The Good, the Bad—and the cautious optimism of the Colorado River Deal

Possible pros and cons of the Colorado River Deal: Implications for Arizona


Mario Duran-Ortiz (Flickr)

Aerial view of Hoover Dam

Marcus Reichley, Reporter

An agreement was reached on May 22nd between three Southwest states, including Arizona, to cut billions of gallons of Colorado River water usage over the next four years. The proposed deal, which involves California, Arizona, and Nevada, aims to conserve a substantial portion of river water in exchange for over $1 billion in federal funds. 

As part of the agreement, the states involved have proposed to conserve a certain amount of their river water allocation over a specific period. The idea behind the deal is that the states would voluntarily forgo using a portion of their allocated water in exchange for financial compensation from the federal government.

While the agreement has the potential to address the water crisis on the Colorado and protect vital resources, it also raises questions regarding the implications the agreement will have on our state.

Arizona state and tribal leaders, including Gov. Katie Hobbs, held a news conference on May 25th to provide additional information on the agreement. 

“What it’ll do (the agreement) for Arizona, and for the country as a whole, cannot be understated, this decisive action will provide immediate relief.” Gov. Hobbs said.

The Governor also noted that the states were able to successfully negotiate a deal before federal powers would have stepped in to control the ongoing crisis on the Colorado. 

“Without this partnership the federal government would have forced drastic cuts to Arizona’s water use. Instead, we successfully negotiated voluntary conservation efforts, allowing states, cities and farmers to have a say in their water future. No Arizonan will be forced to reduce their water use,” Hobbs said.

While there are still unresolved issues that need to be addressed before the deal can be finalized, the governor ensured the agreement was in the state’s best interest. 

Here are some key points regarding the agreement and some potential pros and cons for Arizona moving forward.


Possible Pros:

*Water Conservation: The agreement emphasizes voluntary water conservation, which can help address the ongoing drought and water scarcity issues in the Southwest. By reducing water usage, states can contribute to the long-term sustainability of the Colorado River, ensuring a more reliable water supply for its residents, agriculture, and industries.

*Federal Funding: Arizona stands to benefit from the substantial federal funds allocated for conservation efforts. The $1 billion in federal funds can be used to invest in infrastructure improvements, such as upgrading irrigation systems and implementing water-efficient technologies. These investments can enhance water management capabilities in the state and support sustainable water practices.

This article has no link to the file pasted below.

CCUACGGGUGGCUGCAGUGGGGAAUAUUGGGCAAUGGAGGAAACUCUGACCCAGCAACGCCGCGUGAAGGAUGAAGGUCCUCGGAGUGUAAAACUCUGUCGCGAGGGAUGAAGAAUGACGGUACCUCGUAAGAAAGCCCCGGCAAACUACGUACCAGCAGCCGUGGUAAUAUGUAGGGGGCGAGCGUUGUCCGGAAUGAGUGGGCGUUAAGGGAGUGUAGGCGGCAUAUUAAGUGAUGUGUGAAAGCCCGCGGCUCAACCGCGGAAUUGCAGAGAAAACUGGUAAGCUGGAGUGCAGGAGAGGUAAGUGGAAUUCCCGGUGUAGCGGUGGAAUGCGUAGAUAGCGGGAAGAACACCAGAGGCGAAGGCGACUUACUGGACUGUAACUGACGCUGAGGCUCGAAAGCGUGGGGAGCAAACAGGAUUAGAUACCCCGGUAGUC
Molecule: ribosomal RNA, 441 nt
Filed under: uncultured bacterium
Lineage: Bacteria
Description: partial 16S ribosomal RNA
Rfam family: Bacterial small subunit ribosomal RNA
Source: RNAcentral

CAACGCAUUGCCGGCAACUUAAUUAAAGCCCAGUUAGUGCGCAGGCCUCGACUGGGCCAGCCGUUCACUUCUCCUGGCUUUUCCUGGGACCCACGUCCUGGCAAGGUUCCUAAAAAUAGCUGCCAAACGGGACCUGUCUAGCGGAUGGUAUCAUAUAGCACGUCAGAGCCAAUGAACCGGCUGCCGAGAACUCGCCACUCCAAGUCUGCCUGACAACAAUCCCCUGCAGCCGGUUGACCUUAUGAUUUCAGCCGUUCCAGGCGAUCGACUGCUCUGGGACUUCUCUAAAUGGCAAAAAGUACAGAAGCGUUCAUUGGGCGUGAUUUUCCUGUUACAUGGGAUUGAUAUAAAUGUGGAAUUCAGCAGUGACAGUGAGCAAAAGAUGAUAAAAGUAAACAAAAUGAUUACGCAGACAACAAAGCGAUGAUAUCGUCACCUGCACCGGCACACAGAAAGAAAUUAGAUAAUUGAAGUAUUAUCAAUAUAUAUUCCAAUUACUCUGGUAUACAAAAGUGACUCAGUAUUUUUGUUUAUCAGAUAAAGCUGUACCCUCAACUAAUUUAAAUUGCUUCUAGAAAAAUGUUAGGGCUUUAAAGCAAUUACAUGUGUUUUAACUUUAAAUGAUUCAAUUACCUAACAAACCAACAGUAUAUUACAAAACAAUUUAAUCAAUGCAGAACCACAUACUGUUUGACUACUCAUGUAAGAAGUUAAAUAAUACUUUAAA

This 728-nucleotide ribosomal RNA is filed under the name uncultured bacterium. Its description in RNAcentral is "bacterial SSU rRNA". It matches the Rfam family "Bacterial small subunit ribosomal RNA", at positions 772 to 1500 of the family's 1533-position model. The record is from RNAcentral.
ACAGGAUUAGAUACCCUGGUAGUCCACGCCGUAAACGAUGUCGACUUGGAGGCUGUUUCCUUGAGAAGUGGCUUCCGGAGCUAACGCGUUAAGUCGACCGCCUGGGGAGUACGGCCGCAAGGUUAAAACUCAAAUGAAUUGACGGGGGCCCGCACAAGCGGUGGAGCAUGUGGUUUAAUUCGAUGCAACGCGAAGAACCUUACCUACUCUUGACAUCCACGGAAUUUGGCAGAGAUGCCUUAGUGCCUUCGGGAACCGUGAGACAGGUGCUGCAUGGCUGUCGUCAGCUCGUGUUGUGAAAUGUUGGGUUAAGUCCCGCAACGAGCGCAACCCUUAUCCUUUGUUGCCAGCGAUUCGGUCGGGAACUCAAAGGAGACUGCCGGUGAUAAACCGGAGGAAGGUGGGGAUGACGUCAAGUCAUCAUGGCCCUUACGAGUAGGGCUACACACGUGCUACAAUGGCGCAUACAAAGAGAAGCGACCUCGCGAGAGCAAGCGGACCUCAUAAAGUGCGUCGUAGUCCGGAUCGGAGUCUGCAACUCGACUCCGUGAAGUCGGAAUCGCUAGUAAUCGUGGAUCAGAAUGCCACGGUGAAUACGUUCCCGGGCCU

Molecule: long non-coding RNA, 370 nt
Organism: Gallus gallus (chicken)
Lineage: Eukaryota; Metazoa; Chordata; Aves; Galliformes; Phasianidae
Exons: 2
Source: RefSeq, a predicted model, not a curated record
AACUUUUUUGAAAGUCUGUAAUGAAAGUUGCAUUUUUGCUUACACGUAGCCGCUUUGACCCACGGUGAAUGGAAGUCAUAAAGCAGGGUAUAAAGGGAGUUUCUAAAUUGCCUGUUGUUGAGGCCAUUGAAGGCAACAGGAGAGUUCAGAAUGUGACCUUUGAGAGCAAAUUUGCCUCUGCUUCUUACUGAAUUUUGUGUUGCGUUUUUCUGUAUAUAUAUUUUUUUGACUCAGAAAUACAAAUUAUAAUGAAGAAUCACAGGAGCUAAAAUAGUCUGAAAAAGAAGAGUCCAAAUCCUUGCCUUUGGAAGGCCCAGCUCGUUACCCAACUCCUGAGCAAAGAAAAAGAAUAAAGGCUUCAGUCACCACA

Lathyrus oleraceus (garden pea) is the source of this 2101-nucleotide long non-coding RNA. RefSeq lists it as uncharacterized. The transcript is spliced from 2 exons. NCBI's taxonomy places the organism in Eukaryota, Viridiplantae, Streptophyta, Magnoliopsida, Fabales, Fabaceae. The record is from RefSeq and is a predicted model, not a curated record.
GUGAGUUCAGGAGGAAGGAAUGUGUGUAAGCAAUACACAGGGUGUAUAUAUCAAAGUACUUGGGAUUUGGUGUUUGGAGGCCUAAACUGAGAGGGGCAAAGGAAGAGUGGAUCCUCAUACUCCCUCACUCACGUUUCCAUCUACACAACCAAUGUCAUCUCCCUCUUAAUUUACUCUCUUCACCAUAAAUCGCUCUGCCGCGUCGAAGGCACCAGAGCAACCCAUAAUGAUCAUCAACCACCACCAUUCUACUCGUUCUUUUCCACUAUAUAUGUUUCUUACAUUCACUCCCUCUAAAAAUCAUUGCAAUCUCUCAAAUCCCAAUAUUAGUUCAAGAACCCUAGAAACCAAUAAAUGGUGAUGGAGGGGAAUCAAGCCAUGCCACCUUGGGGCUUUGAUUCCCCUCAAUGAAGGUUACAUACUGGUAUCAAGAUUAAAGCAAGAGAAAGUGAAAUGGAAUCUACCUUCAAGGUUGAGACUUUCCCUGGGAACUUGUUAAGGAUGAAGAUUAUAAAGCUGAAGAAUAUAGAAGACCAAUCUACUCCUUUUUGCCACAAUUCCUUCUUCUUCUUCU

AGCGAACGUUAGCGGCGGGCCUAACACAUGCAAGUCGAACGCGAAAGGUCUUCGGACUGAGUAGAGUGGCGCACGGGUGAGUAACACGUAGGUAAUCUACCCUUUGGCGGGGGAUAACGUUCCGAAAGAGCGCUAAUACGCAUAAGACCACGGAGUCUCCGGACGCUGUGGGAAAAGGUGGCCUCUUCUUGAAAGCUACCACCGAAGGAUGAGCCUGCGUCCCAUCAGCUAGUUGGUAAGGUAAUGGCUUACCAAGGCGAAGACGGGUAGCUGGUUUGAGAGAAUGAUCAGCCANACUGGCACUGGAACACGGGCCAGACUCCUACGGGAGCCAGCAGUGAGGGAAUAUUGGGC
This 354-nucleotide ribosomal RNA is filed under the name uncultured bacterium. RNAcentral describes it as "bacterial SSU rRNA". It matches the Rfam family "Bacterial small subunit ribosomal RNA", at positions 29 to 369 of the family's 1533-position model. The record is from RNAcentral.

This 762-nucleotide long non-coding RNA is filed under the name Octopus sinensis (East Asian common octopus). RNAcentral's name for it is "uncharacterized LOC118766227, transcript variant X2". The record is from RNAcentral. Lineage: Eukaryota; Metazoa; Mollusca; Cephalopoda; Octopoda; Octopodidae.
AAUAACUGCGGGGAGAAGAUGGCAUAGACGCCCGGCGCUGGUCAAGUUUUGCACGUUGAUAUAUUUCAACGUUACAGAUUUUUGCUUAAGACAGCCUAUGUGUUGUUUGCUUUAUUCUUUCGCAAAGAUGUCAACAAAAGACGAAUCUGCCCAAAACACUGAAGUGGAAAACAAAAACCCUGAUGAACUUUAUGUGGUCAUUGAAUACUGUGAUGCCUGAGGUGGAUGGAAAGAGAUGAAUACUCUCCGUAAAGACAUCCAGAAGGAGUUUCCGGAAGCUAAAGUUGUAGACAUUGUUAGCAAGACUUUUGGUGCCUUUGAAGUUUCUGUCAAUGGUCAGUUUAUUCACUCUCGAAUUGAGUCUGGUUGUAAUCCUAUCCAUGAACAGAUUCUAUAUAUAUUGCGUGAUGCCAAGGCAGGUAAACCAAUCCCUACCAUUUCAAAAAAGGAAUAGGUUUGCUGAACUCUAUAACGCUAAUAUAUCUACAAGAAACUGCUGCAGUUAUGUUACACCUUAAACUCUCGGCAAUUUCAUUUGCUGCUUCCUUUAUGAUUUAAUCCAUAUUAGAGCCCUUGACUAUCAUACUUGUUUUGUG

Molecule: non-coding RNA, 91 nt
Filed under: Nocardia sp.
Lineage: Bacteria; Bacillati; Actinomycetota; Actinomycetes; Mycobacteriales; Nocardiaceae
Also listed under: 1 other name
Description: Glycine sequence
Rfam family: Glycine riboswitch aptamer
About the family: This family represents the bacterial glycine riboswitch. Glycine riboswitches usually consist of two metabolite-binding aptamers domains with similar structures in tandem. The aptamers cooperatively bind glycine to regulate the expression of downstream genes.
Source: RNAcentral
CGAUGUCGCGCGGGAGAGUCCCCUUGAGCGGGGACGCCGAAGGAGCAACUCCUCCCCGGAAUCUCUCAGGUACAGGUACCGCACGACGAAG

*Protection of Reservoirs: The deal aims to protect the nation’s largest reservoirs, including Lake Mead, which is crucial for Arizona’s water supply. Conserving water and maintaining adequate levels in these reservoirs can help mitigate the risk of water shortages and ensure reliable access to drinking water and hydropower for millions of people in the region.


Possible Cons:

*Compensation Disputes and Federal Involvement: One of the challenges in finalizing the deal lies in determining the federal compensation amounts for water conservation efforts. While federal funds will pay for the majority of the conservation efforts, the parties are negotiating how much of those savings should go uncompensated. Additionally, the states are raising concerns about the federal government’s ongoing environmental review process, which aims to revise the rules governing operations at Lake Powell and Lake Mead.

*Disrupted Water Supply: The implementation of water conservation measures and potential reductions in water allocations could disrupt the water supply for various communities and industries in Arizona. This could lead to increased water scarcity and potentially impact residents, businesses, and agricultural operations that rely on a stable and sufficient water supply. The uncertainty surrounding future water availability may create challenges in planning and resource management.

*Balancing Priorities: Arizona, like other states in the Lower Basin, face the challenge of striking a balance between water rights, federal authority, and long-term sustainability. The negotiations involve discussions on enhanced federal authority and potential emergency cuts in water allocations, this rings an alarm for some. Increased federal authority could have implications for Arizona’s water usage and agricultural regions. Ensuring that the deal respects existing water rights while effectively managing the water supply is a delicate task.

Interior Sec. Deb Haaland said in a statement that the deal was a “testament” to the Biden administration’s “commitment to working with states, Tribes and communities throughout the West to find consensus solutions in the face of climate change and sustained drought.”

Reportedly, President Joe Biden applauded the deal in a statement, saying, “the agreement “marks an important step forward in our efforts to protect the stability of the Colorado River System in the face of climate change and historic drought conditions.”